I have been fortunate to coach a cross section of athletes in the few seasons I have been a coach. When working with Recreational and competitive cyclists, runners and multisport athletes I have witnessed a pattern of behaviors that has lead me to change how I coach from time to time. I have been pondering why these behaviors and actions occur. Sometimes its just human nature, sometimes it’s a gap in knowledge or miscommunications. So rather than letting it take up an more free space in my head I thought I would share with my readers how you can get more from your own coaching experience.
To everyone I coach that reads this post, it’s not about you. I promise! This post is about a cumulative experience. So here are some lessons learned.
Lesson 1: Log your data
I can’t stress this enough with athletes. LOG YOUR DATA! If you do not capture your performances while training and racing how are you going to know if you are improving. Without this data we coaches can’t help you understand if you are improving, backsliding or getting dangerously close to over training. Do you find that your bike computer or running/swimming GPS is too cumbersome to upload data? Then get a new one that makes it easier to upload the data. Life is to short for headaches. Spend the money and get a GREAT Bike Computer and or running/swimming GPS.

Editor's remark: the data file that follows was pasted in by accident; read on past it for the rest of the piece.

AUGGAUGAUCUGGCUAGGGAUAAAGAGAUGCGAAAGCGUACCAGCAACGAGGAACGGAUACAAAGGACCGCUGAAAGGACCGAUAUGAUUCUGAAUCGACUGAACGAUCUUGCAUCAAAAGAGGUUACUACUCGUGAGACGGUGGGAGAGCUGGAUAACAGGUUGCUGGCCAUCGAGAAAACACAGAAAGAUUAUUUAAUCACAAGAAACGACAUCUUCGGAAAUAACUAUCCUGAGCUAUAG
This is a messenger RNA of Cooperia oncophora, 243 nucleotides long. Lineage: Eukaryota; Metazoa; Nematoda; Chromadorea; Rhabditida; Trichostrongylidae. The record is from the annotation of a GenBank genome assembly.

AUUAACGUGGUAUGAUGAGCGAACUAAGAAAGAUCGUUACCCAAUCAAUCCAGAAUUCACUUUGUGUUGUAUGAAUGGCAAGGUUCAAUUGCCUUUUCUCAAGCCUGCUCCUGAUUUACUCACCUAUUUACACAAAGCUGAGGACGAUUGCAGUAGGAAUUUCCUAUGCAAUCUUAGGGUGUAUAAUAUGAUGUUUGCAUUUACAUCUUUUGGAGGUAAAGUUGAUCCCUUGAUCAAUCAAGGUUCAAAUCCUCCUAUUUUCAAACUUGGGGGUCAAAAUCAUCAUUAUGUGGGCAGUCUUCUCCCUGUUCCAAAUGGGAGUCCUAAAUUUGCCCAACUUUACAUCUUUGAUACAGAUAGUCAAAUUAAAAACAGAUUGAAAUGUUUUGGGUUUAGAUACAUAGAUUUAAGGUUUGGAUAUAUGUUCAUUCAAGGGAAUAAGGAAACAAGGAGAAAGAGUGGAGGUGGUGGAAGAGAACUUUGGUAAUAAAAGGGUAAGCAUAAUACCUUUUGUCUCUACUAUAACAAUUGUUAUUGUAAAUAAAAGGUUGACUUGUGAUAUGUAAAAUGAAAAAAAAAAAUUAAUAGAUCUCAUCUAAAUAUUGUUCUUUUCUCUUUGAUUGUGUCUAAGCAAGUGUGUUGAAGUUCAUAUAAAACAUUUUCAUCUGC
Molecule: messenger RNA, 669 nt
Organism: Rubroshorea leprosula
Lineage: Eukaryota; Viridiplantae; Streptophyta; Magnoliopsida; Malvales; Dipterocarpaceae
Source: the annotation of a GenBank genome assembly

Lesson 2: Know your communications schedule
Do you know when or how often to communicate with your coach? Email your coach if you are not sure. Ask! Don’t assume that your coach is going to auto magically call you. Unless your service says that’s what you are paying for. I know that this sounds like a harsh criticism but I want to emphasize that to get the most from your coaching experience you need to regularly communicate with your coach. Make sure you also know which methods of communication are acceptable with your coach. Depending on the coaching service you have purchased you may only have email access or only one call a month available to you. Don’t leave these opportunities on the table; use them you paid for them!
Lesson 3: Do the work but don’t over do it